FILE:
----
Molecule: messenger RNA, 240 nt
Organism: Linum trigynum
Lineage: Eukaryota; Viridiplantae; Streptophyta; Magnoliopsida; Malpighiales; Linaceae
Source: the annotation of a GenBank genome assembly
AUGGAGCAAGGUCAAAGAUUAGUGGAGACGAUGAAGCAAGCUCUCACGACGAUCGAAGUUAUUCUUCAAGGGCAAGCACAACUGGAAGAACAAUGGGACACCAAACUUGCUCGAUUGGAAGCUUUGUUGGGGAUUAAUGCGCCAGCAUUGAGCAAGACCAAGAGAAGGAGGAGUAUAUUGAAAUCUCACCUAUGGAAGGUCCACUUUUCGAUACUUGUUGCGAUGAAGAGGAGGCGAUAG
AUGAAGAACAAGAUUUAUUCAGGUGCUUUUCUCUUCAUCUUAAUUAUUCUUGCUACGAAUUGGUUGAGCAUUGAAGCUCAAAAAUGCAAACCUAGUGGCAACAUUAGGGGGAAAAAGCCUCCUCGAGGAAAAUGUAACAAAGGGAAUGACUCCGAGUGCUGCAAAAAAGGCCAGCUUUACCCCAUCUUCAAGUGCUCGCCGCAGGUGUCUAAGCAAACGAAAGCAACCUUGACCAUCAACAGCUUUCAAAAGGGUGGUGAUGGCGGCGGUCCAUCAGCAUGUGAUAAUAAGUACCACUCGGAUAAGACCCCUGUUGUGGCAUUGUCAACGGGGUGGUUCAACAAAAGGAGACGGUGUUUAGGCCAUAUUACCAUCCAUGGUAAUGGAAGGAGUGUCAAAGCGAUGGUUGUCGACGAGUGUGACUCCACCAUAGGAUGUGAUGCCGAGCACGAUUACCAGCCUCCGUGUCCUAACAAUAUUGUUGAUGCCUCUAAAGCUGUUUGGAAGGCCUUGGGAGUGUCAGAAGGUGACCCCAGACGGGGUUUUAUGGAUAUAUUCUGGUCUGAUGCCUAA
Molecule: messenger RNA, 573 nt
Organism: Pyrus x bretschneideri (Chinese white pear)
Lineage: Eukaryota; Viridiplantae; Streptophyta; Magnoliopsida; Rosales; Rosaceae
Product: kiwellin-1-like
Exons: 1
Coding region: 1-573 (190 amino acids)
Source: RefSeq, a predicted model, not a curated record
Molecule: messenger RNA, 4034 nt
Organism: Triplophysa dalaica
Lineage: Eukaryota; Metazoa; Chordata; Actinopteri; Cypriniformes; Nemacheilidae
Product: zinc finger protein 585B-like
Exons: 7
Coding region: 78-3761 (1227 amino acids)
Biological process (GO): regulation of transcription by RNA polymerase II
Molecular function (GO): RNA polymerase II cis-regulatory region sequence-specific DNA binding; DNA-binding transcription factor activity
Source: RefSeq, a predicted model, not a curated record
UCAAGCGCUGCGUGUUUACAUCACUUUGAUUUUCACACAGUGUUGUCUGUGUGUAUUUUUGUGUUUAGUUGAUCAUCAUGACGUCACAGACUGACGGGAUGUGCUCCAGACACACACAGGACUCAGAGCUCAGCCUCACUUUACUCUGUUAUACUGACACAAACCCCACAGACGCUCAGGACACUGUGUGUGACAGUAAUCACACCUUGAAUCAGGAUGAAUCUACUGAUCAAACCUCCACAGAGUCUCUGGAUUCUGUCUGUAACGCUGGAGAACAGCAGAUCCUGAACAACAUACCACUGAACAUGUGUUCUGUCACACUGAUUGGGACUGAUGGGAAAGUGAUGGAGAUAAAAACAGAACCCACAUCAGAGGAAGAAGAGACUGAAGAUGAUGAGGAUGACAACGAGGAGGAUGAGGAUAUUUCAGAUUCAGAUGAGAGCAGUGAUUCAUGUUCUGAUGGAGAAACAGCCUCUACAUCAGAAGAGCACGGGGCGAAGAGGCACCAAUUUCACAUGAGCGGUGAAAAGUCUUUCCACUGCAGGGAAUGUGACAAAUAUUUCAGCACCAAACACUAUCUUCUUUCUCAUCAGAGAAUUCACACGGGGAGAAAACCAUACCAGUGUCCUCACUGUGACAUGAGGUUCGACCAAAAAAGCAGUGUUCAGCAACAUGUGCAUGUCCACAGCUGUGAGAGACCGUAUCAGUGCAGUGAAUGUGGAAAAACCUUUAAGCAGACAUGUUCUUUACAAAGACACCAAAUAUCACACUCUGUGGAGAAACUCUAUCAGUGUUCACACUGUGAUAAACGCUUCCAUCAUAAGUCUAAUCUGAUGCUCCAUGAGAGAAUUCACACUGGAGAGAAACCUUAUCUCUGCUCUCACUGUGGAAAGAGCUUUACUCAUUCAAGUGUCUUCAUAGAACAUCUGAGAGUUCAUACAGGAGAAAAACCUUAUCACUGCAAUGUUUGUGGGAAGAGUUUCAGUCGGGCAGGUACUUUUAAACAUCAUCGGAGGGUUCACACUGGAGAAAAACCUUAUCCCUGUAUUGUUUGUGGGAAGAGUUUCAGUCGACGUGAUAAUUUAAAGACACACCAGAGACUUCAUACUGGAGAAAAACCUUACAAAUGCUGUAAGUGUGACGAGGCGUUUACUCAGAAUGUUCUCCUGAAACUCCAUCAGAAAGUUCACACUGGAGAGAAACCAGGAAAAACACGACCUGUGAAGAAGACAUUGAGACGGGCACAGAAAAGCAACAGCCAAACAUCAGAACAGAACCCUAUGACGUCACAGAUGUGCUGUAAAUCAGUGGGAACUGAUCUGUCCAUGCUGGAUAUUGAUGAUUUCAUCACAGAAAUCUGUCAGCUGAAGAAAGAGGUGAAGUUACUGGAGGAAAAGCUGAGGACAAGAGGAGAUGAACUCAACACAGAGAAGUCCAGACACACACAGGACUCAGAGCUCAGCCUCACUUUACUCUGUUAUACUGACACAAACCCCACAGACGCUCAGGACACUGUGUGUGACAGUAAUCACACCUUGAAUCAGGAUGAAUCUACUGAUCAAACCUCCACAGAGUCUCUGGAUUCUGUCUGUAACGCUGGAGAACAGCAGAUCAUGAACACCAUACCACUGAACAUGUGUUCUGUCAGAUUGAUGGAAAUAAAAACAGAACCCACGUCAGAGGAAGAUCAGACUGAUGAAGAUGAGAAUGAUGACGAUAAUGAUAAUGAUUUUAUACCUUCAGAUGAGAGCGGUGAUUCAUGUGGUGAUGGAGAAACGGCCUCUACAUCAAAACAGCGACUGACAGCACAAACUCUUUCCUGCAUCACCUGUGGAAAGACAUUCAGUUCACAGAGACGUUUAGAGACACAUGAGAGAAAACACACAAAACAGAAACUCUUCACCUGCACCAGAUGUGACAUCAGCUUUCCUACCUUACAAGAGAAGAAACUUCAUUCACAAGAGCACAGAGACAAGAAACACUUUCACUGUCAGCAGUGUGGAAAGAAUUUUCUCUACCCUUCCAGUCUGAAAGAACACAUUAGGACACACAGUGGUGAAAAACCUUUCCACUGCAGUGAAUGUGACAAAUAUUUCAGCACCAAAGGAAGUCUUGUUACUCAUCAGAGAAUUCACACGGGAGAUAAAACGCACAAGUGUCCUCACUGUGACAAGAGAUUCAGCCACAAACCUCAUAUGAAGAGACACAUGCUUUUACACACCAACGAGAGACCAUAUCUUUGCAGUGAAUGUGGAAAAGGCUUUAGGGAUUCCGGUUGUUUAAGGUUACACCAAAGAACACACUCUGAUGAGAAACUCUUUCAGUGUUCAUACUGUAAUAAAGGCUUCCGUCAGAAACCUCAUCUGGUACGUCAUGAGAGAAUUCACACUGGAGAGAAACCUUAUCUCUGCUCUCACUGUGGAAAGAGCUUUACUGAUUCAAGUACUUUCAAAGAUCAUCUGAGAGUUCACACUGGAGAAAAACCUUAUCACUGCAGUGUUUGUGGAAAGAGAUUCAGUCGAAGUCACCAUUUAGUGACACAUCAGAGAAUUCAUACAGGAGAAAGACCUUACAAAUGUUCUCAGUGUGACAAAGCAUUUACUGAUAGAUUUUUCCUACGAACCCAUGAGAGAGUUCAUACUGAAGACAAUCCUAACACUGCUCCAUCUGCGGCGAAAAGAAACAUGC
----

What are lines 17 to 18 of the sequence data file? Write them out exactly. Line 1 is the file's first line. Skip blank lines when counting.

Product: zinc finger protein 585B-like
Exons: 7